have had so far. It does not take into account things like a pinch-
hitter sent ahead to boost the run-rate etc because it cannot. But
other than that it is pretty reasonable.

> I'm not saying that D/L should not be used as a tie-breaker. Just
> that
> as many tie-breakers as possible should be used before it comes into
> play -- with those tie-breakers being based upon wins and records.
>
> Bharat

That I agree with. NRR is not the best way to break a tie.

-- Rishi.




17 Apr 2007 08:53:28
dp
Re: Net Run Rate alternative

On Apr 17, 8:23 pm, "R. Bharat Rao" <rao2_nor...@yahoo.com > wrote:
> > I had made the same suggestion over here:http://groups.google.com/group/rec.sport.cricket/browse_frm/thread/6b...
>
> > It makes sense. So I don't expect ICC to ever implement it in their
> > lifetime (of which thankfully there isn't much left).
>
> I'm sorry -- it makes no sense to me. D/L has enough flaws as it is,
> changing
> wildly when a wicket falls. Game shortened to 35 overs, and instead
> of teams
> slogging wildly in overs 34-35, they are playing to preserve wickets
> to
> artificially elevate their D/L score at the end of 50 overs -- no
> thank you.

I suggest that you go back to that thread and read the proposal
carefully. In my proposed change D/L comes into picture only when the
chasing team wins, so I don't see how a team that needs to be slogging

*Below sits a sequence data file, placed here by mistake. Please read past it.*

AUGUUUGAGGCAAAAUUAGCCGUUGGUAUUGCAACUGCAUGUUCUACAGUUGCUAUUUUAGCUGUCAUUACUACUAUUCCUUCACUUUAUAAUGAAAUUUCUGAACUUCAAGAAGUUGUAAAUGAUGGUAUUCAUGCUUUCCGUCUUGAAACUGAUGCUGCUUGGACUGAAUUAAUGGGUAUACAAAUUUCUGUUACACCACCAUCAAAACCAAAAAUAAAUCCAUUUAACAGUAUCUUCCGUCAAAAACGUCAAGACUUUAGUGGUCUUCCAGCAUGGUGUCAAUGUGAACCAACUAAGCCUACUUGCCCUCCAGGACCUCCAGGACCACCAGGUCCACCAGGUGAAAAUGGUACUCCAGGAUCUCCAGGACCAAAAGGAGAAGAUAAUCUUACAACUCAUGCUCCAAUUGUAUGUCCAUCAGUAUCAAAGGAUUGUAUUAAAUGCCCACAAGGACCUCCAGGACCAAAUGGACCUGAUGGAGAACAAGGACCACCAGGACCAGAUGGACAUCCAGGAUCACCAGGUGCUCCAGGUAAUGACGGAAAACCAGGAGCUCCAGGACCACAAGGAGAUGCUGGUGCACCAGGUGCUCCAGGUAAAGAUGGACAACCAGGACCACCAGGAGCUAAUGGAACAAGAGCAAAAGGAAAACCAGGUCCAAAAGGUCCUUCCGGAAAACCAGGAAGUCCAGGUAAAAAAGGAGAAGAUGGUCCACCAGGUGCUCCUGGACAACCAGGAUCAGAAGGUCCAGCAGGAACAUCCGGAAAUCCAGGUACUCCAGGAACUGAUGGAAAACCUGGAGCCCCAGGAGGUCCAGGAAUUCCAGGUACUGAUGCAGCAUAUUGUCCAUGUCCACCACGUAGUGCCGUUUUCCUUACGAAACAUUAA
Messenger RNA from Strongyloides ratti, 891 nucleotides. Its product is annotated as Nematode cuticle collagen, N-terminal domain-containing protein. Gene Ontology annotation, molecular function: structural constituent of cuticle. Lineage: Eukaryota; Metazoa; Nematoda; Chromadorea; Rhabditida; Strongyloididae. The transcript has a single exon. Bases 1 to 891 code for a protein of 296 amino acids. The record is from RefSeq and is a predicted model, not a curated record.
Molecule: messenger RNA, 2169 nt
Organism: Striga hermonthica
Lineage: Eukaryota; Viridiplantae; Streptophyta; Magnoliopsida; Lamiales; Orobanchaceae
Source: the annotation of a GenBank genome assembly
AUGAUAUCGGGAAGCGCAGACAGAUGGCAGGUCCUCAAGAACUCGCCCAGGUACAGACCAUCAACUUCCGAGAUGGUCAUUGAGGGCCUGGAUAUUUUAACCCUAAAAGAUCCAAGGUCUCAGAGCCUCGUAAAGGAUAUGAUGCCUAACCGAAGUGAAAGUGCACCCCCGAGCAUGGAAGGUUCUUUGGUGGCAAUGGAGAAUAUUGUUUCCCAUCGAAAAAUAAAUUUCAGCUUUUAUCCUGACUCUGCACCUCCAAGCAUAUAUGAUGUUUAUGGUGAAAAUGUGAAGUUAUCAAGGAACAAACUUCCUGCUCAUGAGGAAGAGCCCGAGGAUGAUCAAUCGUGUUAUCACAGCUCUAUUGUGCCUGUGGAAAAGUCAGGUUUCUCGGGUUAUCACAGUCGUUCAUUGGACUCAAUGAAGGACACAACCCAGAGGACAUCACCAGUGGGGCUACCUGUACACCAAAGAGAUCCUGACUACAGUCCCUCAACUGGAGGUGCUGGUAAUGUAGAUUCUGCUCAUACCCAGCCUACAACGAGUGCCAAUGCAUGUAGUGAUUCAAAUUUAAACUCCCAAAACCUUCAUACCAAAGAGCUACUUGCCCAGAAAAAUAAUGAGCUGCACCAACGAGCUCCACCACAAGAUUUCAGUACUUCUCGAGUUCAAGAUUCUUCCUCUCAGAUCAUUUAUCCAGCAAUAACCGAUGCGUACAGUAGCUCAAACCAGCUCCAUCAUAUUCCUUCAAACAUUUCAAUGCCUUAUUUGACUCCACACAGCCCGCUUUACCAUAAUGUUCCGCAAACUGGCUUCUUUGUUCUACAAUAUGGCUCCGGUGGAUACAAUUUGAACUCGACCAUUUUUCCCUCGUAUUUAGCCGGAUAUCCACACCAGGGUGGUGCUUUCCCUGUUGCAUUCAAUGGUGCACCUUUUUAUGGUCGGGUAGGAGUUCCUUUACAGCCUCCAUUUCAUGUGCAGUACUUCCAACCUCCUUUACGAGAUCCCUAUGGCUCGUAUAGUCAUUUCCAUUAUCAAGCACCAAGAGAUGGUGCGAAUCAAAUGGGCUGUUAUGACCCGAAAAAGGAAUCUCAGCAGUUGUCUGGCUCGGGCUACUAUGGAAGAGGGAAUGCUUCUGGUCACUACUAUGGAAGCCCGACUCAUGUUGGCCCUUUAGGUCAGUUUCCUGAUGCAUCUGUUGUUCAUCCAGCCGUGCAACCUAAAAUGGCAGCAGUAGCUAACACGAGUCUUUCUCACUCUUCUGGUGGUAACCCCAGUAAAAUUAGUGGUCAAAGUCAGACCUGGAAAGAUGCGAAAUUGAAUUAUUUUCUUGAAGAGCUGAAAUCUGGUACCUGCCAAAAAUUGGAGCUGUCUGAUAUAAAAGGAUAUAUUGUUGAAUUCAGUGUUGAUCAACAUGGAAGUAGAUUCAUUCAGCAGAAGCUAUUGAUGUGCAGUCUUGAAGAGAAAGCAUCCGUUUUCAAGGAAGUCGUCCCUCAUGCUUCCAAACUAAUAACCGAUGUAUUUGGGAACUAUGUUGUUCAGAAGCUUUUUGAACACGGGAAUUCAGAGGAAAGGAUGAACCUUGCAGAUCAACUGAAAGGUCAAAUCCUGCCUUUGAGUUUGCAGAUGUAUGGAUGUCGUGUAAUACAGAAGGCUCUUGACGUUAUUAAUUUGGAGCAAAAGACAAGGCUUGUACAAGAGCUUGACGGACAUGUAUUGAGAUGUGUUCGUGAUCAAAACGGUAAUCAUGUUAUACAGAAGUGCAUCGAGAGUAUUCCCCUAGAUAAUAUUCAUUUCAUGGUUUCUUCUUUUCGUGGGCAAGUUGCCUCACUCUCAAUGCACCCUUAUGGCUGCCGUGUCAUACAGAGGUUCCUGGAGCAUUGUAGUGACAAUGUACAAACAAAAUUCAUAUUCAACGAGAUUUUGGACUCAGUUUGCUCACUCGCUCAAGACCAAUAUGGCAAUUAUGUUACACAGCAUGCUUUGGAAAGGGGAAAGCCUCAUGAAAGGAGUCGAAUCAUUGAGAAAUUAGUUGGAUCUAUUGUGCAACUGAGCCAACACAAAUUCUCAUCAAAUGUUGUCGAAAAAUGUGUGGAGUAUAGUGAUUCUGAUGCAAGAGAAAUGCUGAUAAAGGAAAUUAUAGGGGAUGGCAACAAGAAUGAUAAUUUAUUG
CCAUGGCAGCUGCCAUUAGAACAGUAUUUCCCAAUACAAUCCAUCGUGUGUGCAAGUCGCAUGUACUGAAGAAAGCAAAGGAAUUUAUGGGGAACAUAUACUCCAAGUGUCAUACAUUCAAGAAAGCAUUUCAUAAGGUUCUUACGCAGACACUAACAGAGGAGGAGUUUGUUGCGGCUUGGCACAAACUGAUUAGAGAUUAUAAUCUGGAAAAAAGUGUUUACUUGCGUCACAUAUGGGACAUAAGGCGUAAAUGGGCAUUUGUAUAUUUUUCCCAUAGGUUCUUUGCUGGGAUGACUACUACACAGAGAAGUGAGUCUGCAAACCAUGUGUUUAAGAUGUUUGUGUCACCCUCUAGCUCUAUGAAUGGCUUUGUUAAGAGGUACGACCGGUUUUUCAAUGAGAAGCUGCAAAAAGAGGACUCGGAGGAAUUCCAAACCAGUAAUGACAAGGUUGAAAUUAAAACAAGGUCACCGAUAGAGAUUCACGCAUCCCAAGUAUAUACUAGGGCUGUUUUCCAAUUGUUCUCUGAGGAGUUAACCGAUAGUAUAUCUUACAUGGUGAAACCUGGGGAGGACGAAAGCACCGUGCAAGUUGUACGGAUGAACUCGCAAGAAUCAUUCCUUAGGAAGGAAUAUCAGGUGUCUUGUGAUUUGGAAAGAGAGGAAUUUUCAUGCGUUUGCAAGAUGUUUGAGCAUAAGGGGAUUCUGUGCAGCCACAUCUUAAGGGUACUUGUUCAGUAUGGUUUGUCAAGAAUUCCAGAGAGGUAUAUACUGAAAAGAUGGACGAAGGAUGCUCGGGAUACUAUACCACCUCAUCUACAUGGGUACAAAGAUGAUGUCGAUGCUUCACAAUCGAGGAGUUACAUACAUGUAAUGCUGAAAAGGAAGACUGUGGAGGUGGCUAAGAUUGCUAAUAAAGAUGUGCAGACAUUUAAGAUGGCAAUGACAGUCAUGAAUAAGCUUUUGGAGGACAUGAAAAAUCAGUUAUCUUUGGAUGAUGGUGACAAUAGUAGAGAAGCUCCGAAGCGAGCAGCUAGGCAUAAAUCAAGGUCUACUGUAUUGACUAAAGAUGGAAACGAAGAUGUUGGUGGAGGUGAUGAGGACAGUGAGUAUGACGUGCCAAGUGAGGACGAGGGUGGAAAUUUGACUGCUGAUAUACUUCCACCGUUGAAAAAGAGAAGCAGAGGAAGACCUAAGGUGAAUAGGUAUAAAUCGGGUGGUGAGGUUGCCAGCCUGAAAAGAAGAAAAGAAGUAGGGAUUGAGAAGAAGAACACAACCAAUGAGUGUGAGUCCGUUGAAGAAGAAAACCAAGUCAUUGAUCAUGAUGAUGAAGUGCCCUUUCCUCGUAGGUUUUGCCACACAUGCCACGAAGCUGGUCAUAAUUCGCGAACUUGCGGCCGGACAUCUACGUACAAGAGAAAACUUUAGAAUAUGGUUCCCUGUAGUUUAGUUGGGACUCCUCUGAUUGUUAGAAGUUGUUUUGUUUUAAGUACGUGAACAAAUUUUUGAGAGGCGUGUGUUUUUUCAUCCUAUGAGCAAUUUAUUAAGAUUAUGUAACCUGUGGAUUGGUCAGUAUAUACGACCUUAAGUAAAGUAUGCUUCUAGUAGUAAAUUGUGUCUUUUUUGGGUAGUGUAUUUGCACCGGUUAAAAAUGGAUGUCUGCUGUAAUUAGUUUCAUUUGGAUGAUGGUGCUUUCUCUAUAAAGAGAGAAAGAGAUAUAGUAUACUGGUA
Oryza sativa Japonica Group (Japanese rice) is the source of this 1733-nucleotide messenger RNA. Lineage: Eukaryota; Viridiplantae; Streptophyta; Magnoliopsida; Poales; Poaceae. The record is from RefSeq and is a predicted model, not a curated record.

wildly in 35th over to win can artificially elevate their D/L score.
Most of this NRR is significant only when a team wins by huge margin.
In close matches, it doesn't make much of a difference how you
calculate it.

>
> > None of these are useful as tie-breakers in the most common scenario:
> > 4 teams in a group, 3 of which end up with 2 wins each (they all beat
> > up on the minnow and then win one of the other two matches).
>
> Really -- tell that to South Africa -- which will surely figure in
> some of
> the tie-breaking scenarios. I'm amazed at the "not useful" statement,
> when in the last 2 world cups, so-called minnows have beaten many of
> the top teams. Kenya last time, and Bangladesh this year. So, I'm
> guessing the "most common" scenario is not that common, is it?

ok, make it expected to be common scenario. Cricket being a game of
"glorious uncertainties", anything can happen ofcourse. (aside, good
to see BD revert back to form against Ireland).

>
> > Net run rate is a reasonable method of breaking ties as it indicates
> > the margin of victories. However, the way it is calculated at present
> > it is heavily loaded against teams who chase and win (as explained
> > with examples in the thread linked above). All that is needed is to
> > use D/L table to convert all wins by wickets into wins by runs.
>
> I disagree -- my problem with NRR is that it can be easily manipulated
> (see the "go slow" by Waugh's Aussies in the 99 WCup) and is also
> amenable to being "fixed". That manipulation applies triple when you
> look at D/L extrapolations (wickets lost, etc.), which I hope will
> *NEVER*
> be taken into account by the authorities.

Incorporating D/L doesn't provide any more room for manipulation than
what is there already.

> I'm not saying that D/L should not be used as a tie-breaker. Just
> that
> as many tie-breakers as possible should be used before it comes into
> play -- with those tie-breakers being based upon wins and records.

That I agree. But there will still be cases when you don't have any
other option. It doesn't hurt to fix the NRR calculation to make it as
fair as possible when it needs to be used in those cases.

dp
>
> Bharat